However there are other ways of navigating theory, some of which can even coordinate with one of the first kind. Apps’ breakup (Zinn 1990), I believe, can enhance Zinn’s or any similar framework and make it more meaningful and flexible by providing sensible places to change category. The categories of Teacher, Learner, Content, Learning and Purpose are very real and distinct, and feel closer to being finite, while being overtly an example of aspects to be covered, rather than attributes on which to choose a category.
For example, as a teacher I tend to be a facilitator, as in the humanist tradition. I tend to treat learners in a progressive manner, working towards fulfilling their interests and discovering their experience. The widest purpose, in the back of my mind, is to bring about social change through community cohesion. I believe this is radical though the change I seek is not specifically revolutionary as some theorists require. I believe learning is incredibly broad, and find it appropriate to be very flexible in my methods. Each tradition focuses on different aspects; maybe behaviourism wins this because they focus on it so much more. And for content, I largely teach what I know, and I do aspire to being a renaissance person, as I see all sorts of weird and wonderful titbits of knowledge and understanding, especially learning from the past, can work together into something richer and more complex, that would be lost if we all stuck to the same popular fields.
To examine the original categories as capable of being broken down on these lines is a step towards seeing them as all aspects of a whole, and also to being able to appreciate theories which do not pretend to be a theory of everything. Indeed, I share many sentiments with the postmodernists, though they have severe limitations, especially in practice (Newman 1999). With a healthy disrespect for categories, they seem to support my inclination to not label myself, but to rather put together an eclectic collection of ideas, past and present, leaving room for the future as well.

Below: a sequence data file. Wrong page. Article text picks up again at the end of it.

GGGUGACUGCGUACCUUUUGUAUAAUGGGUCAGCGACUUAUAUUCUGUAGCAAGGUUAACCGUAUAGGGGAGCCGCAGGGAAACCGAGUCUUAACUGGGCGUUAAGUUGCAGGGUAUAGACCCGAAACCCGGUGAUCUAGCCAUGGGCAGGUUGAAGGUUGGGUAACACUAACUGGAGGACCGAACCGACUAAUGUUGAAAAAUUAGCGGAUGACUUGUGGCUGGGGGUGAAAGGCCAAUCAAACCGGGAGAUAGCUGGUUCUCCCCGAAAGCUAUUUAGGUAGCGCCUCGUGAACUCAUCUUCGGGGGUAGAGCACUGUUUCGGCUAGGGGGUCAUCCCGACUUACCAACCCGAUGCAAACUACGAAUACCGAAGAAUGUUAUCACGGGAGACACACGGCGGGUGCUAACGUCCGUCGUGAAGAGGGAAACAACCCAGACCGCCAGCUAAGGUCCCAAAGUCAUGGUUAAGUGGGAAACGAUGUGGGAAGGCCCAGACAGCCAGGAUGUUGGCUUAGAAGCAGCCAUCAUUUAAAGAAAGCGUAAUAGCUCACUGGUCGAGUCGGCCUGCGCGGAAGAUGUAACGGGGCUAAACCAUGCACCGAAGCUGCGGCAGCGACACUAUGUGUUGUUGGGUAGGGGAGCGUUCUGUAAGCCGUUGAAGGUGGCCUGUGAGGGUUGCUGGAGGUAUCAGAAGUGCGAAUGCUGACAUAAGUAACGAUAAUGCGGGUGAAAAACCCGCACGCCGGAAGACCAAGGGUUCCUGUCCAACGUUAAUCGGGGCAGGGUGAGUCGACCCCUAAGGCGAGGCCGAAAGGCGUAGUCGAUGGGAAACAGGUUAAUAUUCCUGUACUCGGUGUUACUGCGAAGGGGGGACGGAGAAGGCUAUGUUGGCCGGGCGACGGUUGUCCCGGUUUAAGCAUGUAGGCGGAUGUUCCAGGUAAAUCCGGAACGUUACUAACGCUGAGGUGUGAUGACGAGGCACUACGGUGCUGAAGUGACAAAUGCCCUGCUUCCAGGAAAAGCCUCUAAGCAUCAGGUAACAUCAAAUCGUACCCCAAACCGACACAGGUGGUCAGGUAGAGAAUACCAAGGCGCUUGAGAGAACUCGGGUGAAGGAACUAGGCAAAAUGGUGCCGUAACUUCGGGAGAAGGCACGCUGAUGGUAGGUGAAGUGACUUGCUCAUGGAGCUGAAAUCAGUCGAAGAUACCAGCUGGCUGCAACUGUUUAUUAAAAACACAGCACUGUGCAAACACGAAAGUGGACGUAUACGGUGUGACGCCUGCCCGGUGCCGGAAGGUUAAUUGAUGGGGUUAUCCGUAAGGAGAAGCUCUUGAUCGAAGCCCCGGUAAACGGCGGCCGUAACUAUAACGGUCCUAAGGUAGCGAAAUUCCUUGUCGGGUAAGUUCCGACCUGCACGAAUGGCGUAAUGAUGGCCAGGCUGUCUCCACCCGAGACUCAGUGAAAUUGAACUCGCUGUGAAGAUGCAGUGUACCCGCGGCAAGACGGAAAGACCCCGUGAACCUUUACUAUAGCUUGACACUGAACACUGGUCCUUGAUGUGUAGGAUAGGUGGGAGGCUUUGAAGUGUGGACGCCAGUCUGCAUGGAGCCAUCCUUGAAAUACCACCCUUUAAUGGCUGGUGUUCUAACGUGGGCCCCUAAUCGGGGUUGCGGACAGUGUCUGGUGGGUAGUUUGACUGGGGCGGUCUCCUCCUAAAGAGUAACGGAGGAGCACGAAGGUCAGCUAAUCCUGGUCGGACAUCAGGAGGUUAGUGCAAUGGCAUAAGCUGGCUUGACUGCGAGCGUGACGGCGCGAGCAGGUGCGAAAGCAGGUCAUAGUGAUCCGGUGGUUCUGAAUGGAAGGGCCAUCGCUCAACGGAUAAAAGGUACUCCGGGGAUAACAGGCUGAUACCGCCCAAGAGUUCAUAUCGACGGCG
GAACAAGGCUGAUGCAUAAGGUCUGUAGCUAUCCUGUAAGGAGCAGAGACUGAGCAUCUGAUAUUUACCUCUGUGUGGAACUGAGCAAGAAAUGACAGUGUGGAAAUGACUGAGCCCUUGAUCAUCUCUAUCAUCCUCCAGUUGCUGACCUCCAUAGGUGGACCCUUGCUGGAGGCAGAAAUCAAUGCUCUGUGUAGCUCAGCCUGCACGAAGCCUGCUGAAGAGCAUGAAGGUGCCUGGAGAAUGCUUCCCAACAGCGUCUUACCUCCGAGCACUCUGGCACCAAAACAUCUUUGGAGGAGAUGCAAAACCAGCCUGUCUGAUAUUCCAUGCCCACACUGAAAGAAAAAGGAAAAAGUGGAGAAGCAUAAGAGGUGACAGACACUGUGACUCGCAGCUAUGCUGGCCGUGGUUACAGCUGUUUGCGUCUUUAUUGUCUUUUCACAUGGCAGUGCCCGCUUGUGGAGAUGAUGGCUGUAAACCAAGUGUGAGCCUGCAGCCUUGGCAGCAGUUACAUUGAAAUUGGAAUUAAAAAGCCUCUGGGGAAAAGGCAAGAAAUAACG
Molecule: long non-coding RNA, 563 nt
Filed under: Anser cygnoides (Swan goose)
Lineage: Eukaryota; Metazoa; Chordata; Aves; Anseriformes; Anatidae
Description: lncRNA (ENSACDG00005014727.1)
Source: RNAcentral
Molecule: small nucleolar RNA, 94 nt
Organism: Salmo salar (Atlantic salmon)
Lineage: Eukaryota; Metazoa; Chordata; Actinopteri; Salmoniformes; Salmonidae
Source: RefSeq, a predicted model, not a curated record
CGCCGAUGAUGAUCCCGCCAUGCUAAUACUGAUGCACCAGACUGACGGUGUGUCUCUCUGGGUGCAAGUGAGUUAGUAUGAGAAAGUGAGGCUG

Frameworks can help navigate the aisles, but what I put into my basket of theories will depend on what I come to need, what I think I can use, and ultimately, what makes me happy. So much of adult education theory takes itself very seriously, which is a pity as it is stuff on which to dream. Many theorists, and especially policy makers in this country, would do well to read bel hooks and consider how “to be changed by ideas [is] pure pleasure” (hooks 1994).
Despite limitations in the instrument, the PAEI has described my diverse views and given me food for thought on what I find useful, and what I find exciting. From here, I hope to fill some holes such as translating some of my radical theories to practice, and continue add to my – now better organised – basket of theories and practices, ideas, techniques and inspirations, all while cheerfully eluding categorisation.
Appendix: PAEI scores
_ Liberal Behaviourist Progressive Humanist Radical
Overall 70 66 88 97 90
Tatting 89 86 84 85 76
Burnout 73 71 89 94 95
Rubber 73 70 85 97 76
Maths 84 80 97 90 81
Tap 79 86 72 83 65
Grace, A. 2006, ‘Critical Adult Education: Engaging the Social in Theory and Practice’, in T. Fenwick, T. Nesbit & B. Spencer (eds), Contexts of Adult Education: Canadian Perspectives, Thompson Educational Publishing, Toronto.
hooks, b. 1994, Teaching to Transgress: Education as the Practice of Freedom, Routledge, New York.
Illich, I. 1971, Deschooling Society, Penguin Books Ltd, Harmondsworth, Middlesex, England.
Merriam, S., Caffarella, R. & Baumgartner, L. 2007, ‘Critical Theory, Postmodern and Feminist Perspectives’, in S. Merriam, R. Caffarella & L. Baumgartner (eds), Learning in Adulthood: A Comprehensive Guide, 3rd edn, Jossey-Bass, San Francisco, pp. 241-270.
Neill, A.S. 1926, Summerhill, Penguin Books Australia, Ringwood, Victoria.
Newman, M. 1999, ‘Looking for Postmodern Adult Educators’, in, Maeler’s Regard, Steward Victor Publishing, Sydney, pp. 194-202.
Zinn, L. 1990, ‘Identifying Your Philosophical Orientation’, in Golbraith (ed.), Adult Learning Methods, Kreiger, Florida, pp. 39-77.